Goldberg, who says his favorite part of the wrestling business is his interaction with the younger fans, bristles at the mention of his ill-advised heel turn toward the end of his run in the now-defunct WCW. It was a blow to his enormous fan base, and Goldberg still hasn’t forgotten. “I should have never been turned heel – ever. It was disgusting. The reality is that a lot of these bad things that happen in the wrestling business, 90 percent are because of certain people’s egos. There’s no question about that.”

The affable Goldberg’s forced transformation certainly wasn’t befitting a role model who routinely aided charitable causes, visited silk children in hospitals, served as a national spokesman for animals rights, and respected his roots enough to decline to wrestle on the high holy day of Rosh Hashana or to change his name to a more convincing ring moniker.

Fresher in Goldberg’s mind is his most recent stint in the business with WWE. The relationship got off to a shaky start when he butted heads with company standard-bearer Triple H (Paul Levesque) a couple years before even joining the company.

“Hunter and I had some really bad times prior to me coming to WWE. I’m a professional athlete. I’ve been paid since I was in my early 20s to go out there and fight with guys who were 40 or 50 pounds heavier than I am, and fight for my life. I got into a business where people make decisions based on some of the most stupid things. I cannot tell you how dumb some of these decisions are, and how inadequate and mentally unprepared some of these people are.”

Goldberg’s last run in the business, he says bluntly, was disastrous.

He signed with WWE in March 2003 after almost two years out of wrestling following the demise of WCW. Disillusionment set in quickly for Goldberg when the WWE creative staff tried to introduce a “human side” to the intense performer and even turned him into a comedic act in a series of backstage vignettes that only served to tarnish Goldberg’s reputation. His tenure with WWE, he readily acknowledges, was one of the most miserable times of his life.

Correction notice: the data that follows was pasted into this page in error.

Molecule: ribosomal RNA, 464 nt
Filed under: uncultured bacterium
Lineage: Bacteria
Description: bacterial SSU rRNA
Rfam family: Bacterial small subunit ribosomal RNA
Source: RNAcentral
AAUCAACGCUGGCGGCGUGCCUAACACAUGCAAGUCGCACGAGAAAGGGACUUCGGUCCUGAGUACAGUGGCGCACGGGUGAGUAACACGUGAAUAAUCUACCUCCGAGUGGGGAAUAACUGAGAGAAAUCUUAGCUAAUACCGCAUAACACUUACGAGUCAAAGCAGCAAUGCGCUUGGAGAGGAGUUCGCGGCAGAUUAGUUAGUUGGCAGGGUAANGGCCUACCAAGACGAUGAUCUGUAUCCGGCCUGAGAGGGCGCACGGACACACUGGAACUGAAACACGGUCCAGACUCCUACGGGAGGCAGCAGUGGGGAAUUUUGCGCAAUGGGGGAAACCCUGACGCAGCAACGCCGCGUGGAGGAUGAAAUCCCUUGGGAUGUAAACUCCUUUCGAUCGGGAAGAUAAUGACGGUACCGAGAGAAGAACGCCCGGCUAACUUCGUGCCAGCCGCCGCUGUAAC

“It’s not rocket science. It’s easy. I’m not saying I’m a booker and can put things together – I can deliver them but I can’t put them together – but I guarantee you that Kevin Nash could write better shows than any wrestling show out there right now. I liked the business when it was pure and it didn’t have all the crap associated with it.”


Goldberg, who had been one of the most sought-after recruits in Oklahoma coming out of high school in 1985, went on to become a record-setting nose guard at the University of Georgia where he was an All-SEC selection from 1987-89 and was selected to UGA’s all-decade team for the 1980s. He played professional football with the Atlanta Falcons and Los Angeles Rams before an abdominal muscle tear ended his career. He entered the wrestling business after meeting mat stars Lex Luger (Larry Pfohl) and Sting (Steve Borden) in an Atlanta-area fitness club.

“Sting is the guy who made me want to become a wrestler. Many people tried, but Sting’s advice to me and Sting’s going out there and being able to do it with a smile on his face made me do it. But the day he told me he couldn’t let his kids watch anymore, that was the day I knew the business was going down.”

Goldberg says he has no interest whatsoever in the Total Non-Stop Action promotion and even less with company star Jeff Jarrett.

“Absolutely not. The reality is that I’d love to be able to be associated with businessmen who were in the wrestling business – not wrestlers who thought they were businessmen.”